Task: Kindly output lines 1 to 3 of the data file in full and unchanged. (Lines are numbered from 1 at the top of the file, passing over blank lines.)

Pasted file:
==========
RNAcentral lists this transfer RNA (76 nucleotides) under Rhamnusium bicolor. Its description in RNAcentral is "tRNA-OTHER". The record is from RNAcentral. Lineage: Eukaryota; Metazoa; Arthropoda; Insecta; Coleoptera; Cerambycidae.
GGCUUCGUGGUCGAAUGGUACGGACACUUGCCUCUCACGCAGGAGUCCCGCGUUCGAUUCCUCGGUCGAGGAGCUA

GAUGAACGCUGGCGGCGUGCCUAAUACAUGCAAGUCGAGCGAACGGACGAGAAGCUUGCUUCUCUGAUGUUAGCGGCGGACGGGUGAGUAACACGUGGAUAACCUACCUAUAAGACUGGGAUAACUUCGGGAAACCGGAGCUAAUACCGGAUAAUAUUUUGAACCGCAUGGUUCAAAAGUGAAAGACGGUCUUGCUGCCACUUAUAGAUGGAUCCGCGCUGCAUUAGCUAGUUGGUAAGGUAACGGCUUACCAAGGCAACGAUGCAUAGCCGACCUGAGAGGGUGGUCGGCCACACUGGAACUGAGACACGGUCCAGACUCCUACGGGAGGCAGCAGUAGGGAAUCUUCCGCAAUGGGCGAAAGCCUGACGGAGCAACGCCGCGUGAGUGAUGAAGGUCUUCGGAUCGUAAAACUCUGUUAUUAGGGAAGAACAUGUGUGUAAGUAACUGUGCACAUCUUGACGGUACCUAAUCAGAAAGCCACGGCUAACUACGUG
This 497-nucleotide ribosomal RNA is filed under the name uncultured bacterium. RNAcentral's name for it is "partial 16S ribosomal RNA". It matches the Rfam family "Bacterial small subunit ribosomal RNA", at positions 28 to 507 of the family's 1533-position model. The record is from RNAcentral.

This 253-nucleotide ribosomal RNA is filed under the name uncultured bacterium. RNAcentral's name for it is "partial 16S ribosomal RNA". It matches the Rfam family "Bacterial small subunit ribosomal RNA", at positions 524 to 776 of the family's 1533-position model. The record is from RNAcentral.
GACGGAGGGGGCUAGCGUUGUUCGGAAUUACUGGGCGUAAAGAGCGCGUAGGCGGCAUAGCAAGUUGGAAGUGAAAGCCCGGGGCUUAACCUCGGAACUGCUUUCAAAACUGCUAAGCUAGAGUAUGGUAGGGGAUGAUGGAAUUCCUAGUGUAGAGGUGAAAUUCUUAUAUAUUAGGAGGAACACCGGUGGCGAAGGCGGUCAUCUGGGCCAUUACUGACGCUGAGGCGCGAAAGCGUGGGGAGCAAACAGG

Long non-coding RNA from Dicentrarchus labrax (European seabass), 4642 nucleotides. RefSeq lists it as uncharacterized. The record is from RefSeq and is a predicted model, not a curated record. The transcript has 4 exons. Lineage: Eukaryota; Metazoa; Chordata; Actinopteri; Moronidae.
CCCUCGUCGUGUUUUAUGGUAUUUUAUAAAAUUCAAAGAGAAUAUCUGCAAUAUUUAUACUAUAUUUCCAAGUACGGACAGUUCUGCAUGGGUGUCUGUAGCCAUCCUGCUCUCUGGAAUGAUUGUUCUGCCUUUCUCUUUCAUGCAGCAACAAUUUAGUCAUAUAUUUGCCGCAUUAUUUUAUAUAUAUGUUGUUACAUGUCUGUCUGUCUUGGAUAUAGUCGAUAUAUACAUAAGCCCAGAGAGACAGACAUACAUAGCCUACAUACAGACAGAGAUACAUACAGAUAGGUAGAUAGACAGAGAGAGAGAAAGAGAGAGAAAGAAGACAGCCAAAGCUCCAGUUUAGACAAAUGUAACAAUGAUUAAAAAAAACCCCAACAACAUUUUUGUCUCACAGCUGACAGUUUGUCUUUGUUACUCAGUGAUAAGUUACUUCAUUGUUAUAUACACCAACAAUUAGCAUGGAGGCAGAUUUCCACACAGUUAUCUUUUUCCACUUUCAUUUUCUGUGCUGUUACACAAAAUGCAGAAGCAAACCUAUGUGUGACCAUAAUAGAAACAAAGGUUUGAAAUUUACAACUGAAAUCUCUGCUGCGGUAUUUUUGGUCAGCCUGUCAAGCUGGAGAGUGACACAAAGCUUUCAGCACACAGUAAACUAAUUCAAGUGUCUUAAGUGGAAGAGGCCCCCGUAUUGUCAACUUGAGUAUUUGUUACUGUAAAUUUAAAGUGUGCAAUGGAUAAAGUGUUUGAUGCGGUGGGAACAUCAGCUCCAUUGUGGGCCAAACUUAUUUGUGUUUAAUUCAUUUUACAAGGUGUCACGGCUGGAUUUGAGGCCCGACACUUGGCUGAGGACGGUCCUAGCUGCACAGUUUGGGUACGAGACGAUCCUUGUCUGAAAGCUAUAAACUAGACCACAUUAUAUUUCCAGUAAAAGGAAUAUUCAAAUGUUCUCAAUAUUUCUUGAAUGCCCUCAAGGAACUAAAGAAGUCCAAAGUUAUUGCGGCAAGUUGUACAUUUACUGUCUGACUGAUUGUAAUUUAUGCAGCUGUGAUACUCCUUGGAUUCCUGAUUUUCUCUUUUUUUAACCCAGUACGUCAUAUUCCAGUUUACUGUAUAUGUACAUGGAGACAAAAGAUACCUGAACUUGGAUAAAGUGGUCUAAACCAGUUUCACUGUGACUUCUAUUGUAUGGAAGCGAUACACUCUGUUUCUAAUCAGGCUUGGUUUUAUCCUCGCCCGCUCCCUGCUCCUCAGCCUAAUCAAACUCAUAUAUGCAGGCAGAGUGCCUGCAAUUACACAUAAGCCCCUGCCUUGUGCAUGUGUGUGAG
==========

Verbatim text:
RNAcentral lists this transfer RNA (76 nucleotides) under Rhamnusium bicolor. Its description in RNAcentral is "tRNA-OTHER". The record is from RNAcentral. Lineage: Eukaryota; Metazoa; Arthropoda; Insecta; Coleoptera; Cerambycidae.
GGCUUCGUGGUCGAAUGGUACGGACACUUGCCUCUCACGCAGGAGUCCCGCGUUCGAUUCCUCGGUCGAGGAGCUA

GAUGAACGCUGGCGGCGUGCCUAAUACAUGCAAGUCGAGCGAACGGACGAGAAGCUUGCUUCUCUGAUGUUAGCGGCGGACGGGUGAGUAACACGUGGAUAACCUACCUAUAAGACUGGGAUAACUUCGGGAAACCGGAGCUAAUACCGGAUAAUAUUUUGAACCGCAUGGUUCAAAAGUGAAAGACGGUCUUGCUGCCACUUAUAGAUGGAUCCGCGCUGCAUUAGCUAGUUGGUAAGGUAACGGCUUACCAAGGCAACGAUGCAUAGCCGACCUGAGAGGGUGGUCGGCCACACUGGAACUGAGACACGGUCCAGACUCCUACGGGAGGCAGCAGUAGGGAAUCUUCCGCAAUGGGCGAAAGCCUGACGGAGCAACGCCGCGUGAGUGAUGAAGGUCUUCGGAUCGUAAAACUCUGUUAUUAGGGAAGAACAUGUGUGUAAGUAACUGUGCACAUCUUGACGGUACCUAAUCAGAAAGCCACGGCUAACUACGUG